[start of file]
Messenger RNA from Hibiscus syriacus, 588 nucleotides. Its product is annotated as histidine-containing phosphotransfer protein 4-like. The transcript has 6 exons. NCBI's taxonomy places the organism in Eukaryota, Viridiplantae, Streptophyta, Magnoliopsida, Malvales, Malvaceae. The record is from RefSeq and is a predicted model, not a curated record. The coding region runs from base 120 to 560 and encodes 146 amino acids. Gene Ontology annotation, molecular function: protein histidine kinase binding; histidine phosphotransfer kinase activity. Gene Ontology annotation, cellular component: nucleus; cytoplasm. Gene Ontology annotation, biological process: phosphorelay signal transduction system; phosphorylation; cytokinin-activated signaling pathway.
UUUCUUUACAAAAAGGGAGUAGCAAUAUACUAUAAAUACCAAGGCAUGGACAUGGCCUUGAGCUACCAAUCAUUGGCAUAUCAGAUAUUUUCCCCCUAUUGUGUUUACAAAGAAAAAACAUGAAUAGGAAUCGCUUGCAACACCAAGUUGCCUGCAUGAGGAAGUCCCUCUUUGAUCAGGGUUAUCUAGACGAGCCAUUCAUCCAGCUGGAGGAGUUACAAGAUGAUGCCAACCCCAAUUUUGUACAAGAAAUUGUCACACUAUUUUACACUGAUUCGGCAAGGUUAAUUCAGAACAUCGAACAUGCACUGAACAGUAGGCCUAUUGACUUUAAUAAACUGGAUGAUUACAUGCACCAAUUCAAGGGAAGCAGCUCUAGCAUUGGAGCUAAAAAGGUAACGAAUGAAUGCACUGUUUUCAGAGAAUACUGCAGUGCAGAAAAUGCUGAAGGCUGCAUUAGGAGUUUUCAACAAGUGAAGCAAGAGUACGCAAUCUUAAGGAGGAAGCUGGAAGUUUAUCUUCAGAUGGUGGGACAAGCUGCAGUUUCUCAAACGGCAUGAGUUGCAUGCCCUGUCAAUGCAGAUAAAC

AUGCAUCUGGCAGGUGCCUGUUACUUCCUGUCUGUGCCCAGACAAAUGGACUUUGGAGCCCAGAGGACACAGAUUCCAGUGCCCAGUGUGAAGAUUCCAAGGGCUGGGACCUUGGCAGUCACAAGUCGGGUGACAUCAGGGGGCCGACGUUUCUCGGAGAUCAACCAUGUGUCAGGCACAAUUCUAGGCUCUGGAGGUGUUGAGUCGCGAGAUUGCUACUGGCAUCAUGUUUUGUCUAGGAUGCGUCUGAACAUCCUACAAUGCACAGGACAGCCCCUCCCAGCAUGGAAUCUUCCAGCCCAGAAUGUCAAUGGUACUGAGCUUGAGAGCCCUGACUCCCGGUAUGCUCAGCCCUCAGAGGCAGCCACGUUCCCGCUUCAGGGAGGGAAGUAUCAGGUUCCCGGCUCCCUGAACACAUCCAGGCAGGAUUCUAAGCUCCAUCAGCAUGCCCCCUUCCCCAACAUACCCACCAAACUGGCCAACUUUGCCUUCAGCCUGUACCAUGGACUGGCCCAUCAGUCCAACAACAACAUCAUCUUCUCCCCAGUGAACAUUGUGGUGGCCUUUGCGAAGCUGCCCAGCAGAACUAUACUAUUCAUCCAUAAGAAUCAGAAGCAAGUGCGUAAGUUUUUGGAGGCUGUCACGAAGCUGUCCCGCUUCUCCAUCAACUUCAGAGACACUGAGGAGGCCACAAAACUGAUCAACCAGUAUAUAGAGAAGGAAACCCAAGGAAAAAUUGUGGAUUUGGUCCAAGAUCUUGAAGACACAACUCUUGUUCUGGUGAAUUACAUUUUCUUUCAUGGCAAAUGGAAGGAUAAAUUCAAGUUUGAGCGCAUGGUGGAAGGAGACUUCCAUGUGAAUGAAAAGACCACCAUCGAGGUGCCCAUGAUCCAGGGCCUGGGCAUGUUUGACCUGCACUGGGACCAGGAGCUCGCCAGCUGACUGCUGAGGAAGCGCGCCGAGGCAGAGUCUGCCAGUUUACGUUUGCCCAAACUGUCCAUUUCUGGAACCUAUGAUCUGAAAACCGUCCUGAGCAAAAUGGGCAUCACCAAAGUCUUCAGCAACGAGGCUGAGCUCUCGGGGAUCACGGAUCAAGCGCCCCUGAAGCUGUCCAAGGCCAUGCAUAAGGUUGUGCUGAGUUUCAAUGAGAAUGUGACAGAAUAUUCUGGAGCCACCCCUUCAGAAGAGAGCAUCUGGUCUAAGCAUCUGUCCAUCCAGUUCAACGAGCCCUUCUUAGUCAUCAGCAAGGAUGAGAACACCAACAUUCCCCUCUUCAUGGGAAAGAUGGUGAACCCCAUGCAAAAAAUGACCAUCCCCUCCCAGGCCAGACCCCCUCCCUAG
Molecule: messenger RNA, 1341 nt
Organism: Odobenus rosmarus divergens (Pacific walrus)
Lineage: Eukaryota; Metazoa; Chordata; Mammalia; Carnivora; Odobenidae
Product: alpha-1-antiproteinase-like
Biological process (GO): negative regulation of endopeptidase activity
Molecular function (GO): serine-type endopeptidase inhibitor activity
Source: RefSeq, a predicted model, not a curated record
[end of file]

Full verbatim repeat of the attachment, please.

Messenger RNA from Hibiscus syriacus, 588 nucleotides. Its product is annotated as histidine-containing phosphotransfer protein 4-like. The transcript has 6 exons. NCBI's taxonomy places the organism in Eukaryota, Viridiplantae, Streptophyta, Magnoliopsida, Malvales, Malvaceae. The record is from RefSeq and is a predicted model, not a curated record. The coding region runs from base 120 to 560 and encodes 146 amino acids. Gene Ontology annotation, molecular function: protein histidine kinase binding; histidine phosphotransfer kinase activity. Gene Ontology annotation, cellular component: nucleus; cytoplasm. Gene Ontology annotation, biological process: phosphorelay signal transduction system; phosphorylation; cytokinin-activated signaling pathway.
UUUCUUUACAAAAAGGGAGUAGCAAUAUACUAUAAAUACCAAGGCAUGGACAUGGCCUUGAGCUACCAAUCAUUGGCAUAUCAGAUAUUUUCCCCCUAUUGUGUUUACAAAGAAAAAACAUGAAUAGGAAUCGCUUGCAACACCAAGUUGCCUGCAUGAGGAAGUCCCUCUUUGAUCAGGGUUAUCUAGACGAGCCAUUCAUCCAGCUGGAGGAGUUACAAGAUGAUGCCAACCCCAAUUUUGUACAAGAAAUUGUCACACUAUUUUACACUGAUUCGGCAAGGUUAAUUCAGAACAUCGAACAUGCACUGAACAGUAGGCCUAUUGACUUUAAUAAACUGGAUGAUUACAUGCACCAAUUCAAGGGAAGCAGCUCUAGCAUUGGAGCUAAAAAGGUAACGAAUGAAUGCACUGUUUUCAGAGAAUACUGCAGUGCAGAAAAUGCUGAAGGCUGCAUUAGGAGUUUUCAACAAGUGAAGCAAGAGUACGCAAUCUUAAGGAGGAAGCUGGAAGUUUAUCUUCAGAUGGUGGGACAAGCUGCAGUUUCUCAAACGGCAUGAGUUGCAUGCCCUGUCAAUGCAGAUAAAC

AUGCAUCUGGCAGGUGCCUGUUACUUCCUGUCUGUGCCCAGACAAAUGGACUUUGGAGCCCAGAGGACACAGAUUCCAGUGCCCAGUGUGAAGAUUCCAAGGGCUGGGACCUUGGCAGUCACAAGUCGGGUGACAUCAGGGGGCCGACGUUUCUCGGAGAUCAACCAUGUGUCAGGCACAAUUCUAGGCUCUGGAGGUGUUGAGUCGCGAGAUUGCUACUGGCAUCAUGUUUUGUCUAGGAUGCGUCUGAACAUCCUACAAUGCACAGGACAGCCCCUCCCAGCAUGGAAUCUUCCAGCCCAGAAUGUCAAUGGUACUGAGCUUGAGAGCCCUGACUCCCGGUAUGCUCAGCCCUCAGAGGCAGCCACGUUCCCGCUUCAGGGAGGGAAGUAUCAGGUUCCCGGCUCCCUGAACACAUCCAGGCAGGAUUCUAAGCUCCAUCAGCAUGCCCCCUUCCCCAACAUACCCACCAAACUGGCCAACUUUGCCUUCAGCCUGUACCAUGGACUGGCCCAUCAGUCCAACAACAACAUCAUCUUCUCCCCAGUGAACAUUGUGGUGGCCUUUGCGAAGCUGCCCAGCAGAACUAUACUAUUCAUCCAUAAGAAUCAGAAGCAAGUGCGUAAGUUUUUGGAGGCUGUCACGAAGCUGUCCCGCUUCUCCAUCAACUUCAGAGACACUGAGGAGGCCACAAAACUGAUCAACCAGUAUAUAGAGAAGGAAACCCAAGGAAAAAUUGUGGAUUUGGUCCAAGAUCUUGAAGACACAACUCUUGUUCUGGUGAAUUACAUUUUCUUUCAUGGCAAAUGGAAGGAUAAAUUCAAGUUUGAGCGCAUGGUGGAAGGAGACUUCCAUGUGAAUGAAAAGACCACCAUCGAGGUGCCCAUGAUCCAGGGCCUGGGCAUGUUUGACCUGCACUGGGACCAGGAGCUCGCCAGCUGACUGCUGAGGAAGCGCGCCGAGGCAGAGUCUGCCAGUUUACGUUUGCCCAAACUGUCCAUUUCUGGAACCUAUGAUCUGAAAACCGUCCUGAGCAAAAUGGGCAUCACCAAAGUCUUCAGCAACGAGGCUGAGCUCUCGGGGAUCACGGAUCAAGCGCCCCUGAAGCUGUCCAAGGCCAUGCAUAAGGUUGUGCUGAGUUUCAAUGAGAAUGUGACAGAAUAUUCUGGAGCCACCCCUUCAGAAGAGAGCAUCUGGUCUAAGCAUCUGUCCAUCCAGUUCAACGAGCCCUUCUUAGUCAUCAGCAAGGAUGAGAACACCAACAUUCCCCUCUUCAUGGGAAAGAUGGUGAACCCCAUGCAAAAAAUGACCAUCCCCUCCCAGGCCAGACCCCCUCCCUAG
Molecule: messenger RNA, 1341 nt
Organism: Odobenus rosmarus divergens (Pacific walrus)
Lineage: Eukaryota; Metazoa; Chordata; Mammalia; Carnivora; Odobenidae
Product: alpha-1-antiproteinase-like
Biological process (GO): negative regulation of endopeptidase activity
Molecular function (GO): serine-type endopeptidase inhibitor activity
Source: RefSeq, a predicted model, not a curated record